http://www.huffingtonpost.com/entry/pierre-de-vallombreuse-matriarchal_us_560c2c90e4b0af3706df136b

Here's a video of Dr. Heide Goettner Abendroth teaching:

https://www.youtube.com/watch?v=gsJNq-O7CEU


And of course I've got book recommendations for those interested. 


Monday, April 24, 2017

My Latest Researching Adventure: Reiki

I wrote a story called Freyja's Daughter that follows a huldra, Faline, as she tries to reestablish a disbanded secret society of folkloric women in an attempt to fight the big bad who's been oppressing them for generations. Of course each type of folkloric creature hates the others, so such a task is dangerous and nearly hopeless as her oppressors are always hot on her trail.

One group Faline must persuade are the succubae. Now, every one of my beta readers has a favorite group, and I love each group for their unique sub-culture and abilities, but you guys...the succubae were so much fun to write. Especially their leader, Marie.

According to myth, a succubus is a demonic female creature that is most often said to lure unsuspecting and innocent men into sexual relations. Sometimes this happens within the men's dreams. Sometimes, within their room. Always, they were "forced" by the succubus.

(I'd like to add here that many of our well-known myths have a patriarchal bent to them. It is my goal, within my writing, to take those myths and iron that patriarchal shit out.)

So in Freyja's Daughter, the succubae are not demons--they've just been given a bad stigma because they're powerful women. And no, they don't force anyone to have sex with them. There's more pleasure in the willing.

The succubae in Freyja's Daughter can control and manipulate energy.



Because I plan to continue writing in this Wild Women world in the form a series, I also plan to delve deeper into each group's sub-culture. The next book in the series will shine a spotlight on the succubae group. And last week I attended an energy-healing class as part of my research.

There's lots of different types of classes that teach energy work, but one I've been hearing a lot about lately is called reiki. Even my massage therapist swears by it. So I signed up and went in with an open mind.

As part of the class materials I was given a laminated chakra chart and a book called The Reiki Manual: A Training Guide for Reiki Students, Practitioners, and Masters by Penelope Quest. According to this manual, reiki is a holistic healing method using energy. The practitioner uses life force or universal energy to clear energy blockages in their clients. From the manual: "Reiki (pronounced RAY KEE) is a Japanese word which is most often translated as 'universal life-force energy."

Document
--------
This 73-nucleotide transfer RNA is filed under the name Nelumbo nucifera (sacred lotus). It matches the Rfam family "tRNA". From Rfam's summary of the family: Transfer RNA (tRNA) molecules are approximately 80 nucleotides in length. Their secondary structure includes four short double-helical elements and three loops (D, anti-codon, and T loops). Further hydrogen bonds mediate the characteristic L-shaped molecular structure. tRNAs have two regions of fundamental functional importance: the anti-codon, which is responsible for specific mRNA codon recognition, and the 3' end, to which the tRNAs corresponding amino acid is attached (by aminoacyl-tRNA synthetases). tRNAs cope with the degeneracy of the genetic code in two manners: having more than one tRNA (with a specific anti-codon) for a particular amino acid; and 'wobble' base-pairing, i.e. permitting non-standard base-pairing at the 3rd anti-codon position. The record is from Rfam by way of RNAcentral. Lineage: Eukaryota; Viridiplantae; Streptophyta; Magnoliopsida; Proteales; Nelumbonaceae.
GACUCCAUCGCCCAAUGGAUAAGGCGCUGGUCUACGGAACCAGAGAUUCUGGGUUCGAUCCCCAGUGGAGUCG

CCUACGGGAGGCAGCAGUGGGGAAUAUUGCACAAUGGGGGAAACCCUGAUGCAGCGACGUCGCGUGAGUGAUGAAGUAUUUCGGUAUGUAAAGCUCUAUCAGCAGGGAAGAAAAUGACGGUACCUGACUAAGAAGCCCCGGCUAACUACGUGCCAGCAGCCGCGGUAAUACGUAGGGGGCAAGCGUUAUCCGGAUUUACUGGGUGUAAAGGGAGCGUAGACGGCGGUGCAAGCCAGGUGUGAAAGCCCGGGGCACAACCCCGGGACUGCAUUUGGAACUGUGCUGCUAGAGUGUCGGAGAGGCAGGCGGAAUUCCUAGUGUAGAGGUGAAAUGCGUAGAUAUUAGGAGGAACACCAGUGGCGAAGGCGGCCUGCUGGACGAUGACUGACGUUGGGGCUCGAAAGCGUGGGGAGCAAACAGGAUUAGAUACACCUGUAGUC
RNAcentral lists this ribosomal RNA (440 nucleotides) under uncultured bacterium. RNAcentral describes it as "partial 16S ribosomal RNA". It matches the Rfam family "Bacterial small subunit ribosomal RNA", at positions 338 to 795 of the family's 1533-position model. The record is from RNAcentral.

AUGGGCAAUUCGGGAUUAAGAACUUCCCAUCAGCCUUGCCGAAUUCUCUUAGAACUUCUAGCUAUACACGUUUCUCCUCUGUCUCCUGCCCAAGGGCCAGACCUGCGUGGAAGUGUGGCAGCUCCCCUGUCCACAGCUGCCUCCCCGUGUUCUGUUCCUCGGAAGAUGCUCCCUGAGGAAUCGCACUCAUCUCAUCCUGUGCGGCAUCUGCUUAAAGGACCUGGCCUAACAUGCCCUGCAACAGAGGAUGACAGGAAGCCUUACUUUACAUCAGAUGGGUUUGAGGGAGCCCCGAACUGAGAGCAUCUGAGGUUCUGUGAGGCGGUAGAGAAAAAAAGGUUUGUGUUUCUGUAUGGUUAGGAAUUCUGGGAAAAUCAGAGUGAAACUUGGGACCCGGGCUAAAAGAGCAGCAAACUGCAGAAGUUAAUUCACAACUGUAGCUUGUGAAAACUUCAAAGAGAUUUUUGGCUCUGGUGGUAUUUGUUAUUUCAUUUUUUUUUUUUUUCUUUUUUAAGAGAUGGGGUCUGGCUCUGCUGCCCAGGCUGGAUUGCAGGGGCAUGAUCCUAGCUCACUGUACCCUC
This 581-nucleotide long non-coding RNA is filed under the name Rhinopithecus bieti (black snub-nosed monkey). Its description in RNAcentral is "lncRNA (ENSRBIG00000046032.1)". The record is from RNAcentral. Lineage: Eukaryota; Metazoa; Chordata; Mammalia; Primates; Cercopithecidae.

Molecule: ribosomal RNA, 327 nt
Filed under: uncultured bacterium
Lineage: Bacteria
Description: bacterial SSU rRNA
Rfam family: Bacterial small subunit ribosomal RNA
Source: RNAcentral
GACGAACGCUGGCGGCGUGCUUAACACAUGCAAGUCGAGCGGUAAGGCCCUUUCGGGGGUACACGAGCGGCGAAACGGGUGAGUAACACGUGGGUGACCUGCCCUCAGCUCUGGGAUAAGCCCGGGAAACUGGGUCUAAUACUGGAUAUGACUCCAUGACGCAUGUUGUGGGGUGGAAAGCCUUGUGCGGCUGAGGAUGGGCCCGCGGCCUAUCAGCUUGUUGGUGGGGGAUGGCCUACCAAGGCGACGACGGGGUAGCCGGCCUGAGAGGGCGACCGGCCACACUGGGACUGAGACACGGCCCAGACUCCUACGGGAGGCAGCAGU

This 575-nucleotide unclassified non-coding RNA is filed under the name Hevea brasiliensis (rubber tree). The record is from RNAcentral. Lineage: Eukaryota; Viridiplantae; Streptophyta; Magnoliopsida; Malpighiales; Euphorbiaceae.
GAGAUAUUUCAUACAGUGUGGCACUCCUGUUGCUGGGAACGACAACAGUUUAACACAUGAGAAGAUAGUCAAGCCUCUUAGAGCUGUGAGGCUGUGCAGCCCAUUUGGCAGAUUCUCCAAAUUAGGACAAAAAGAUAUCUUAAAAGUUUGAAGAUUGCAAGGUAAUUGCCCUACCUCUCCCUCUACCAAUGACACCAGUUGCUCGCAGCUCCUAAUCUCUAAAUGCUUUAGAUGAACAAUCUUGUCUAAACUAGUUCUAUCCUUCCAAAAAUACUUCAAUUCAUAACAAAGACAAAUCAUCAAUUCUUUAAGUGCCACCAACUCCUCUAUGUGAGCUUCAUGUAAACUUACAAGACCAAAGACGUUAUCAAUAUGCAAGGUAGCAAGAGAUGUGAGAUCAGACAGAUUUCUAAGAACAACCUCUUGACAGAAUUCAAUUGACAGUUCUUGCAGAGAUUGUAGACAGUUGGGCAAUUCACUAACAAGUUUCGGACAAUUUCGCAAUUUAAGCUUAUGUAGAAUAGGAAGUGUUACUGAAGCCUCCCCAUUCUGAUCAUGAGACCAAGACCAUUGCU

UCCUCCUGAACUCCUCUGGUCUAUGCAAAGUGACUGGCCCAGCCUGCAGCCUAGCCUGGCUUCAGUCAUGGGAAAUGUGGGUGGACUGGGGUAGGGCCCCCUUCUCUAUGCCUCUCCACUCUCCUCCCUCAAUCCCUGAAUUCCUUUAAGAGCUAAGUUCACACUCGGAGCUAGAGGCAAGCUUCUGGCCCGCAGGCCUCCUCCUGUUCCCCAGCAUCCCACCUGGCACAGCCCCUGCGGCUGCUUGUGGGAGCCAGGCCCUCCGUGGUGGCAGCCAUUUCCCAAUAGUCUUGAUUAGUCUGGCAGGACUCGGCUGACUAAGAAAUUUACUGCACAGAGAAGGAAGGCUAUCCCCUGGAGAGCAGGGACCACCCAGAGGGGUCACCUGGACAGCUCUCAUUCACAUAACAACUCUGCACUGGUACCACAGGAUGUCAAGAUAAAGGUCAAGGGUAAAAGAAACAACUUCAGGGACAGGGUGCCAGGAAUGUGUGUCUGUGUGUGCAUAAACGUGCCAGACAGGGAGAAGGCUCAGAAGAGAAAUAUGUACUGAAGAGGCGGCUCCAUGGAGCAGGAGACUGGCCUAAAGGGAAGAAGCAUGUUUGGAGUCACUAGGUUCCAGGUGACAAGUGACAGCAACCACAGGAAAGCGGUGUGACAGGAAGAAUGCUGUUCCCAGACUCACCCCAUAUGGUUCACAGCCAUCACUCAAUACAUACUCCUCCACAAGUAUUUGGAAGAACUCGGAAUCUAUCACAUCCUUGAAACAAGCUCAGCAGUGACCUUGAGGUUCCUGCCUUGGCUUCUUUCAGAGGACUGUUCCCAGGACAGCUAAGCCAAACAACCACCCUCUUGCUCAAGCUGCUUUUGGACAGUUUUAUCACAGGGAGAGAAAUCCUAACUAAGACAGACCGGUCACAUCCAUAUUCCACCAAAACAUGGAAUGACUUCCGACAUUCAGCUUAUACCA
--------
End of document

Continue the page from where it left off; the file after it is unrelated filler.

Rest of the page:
Buy here
I love researching and experiencing new things, so I really enjoyed this class. I got to experience what it feels like to get a reiki treatment, which was highly relaxing. (I'll definitely use that sensation in my next Wild Women book.) The instructor said many of her clients fall asleep during their reiki treatments and I could definitely see why. And the explanation of reiki energy, its history, and how it's used gave me some story fodder. Personally, I don't plan on becoming a reiki practitioner or anything like that. But it was a fun class and the concepts introduced gave me lots to chew on and certainly more than a couple ideas for use in future stories.

What's up next for me in the name of story research? Well, I'm planning a trip to Oregon to visit the Portland underground, which I'll use in the second Wild Women book. :)


Wednesday, March 15, 2017

Spring Equinox


If you're ready for the new growth of spring, take heart, spring equinox is just around the corner.

This year's spring equinox is March 20th. What does that mean, exactly? Well, according to TimeandDate.com "The March equinox marks the moment the sun crosses the celestial equator -- the imaginary line in the sky above the earth's equator -- from south to north and vise versa in September."

But if you're a nature-lover like me, spring equinox means so much more. Our days are getting longer. Trees leaves are unfolding from buds on bare branches. The biting cold in the air is dulling to a smooth breeze. It's a time to celebrate the sprouting personal growth within our own lives, amplifying the light and love we hope to share with others.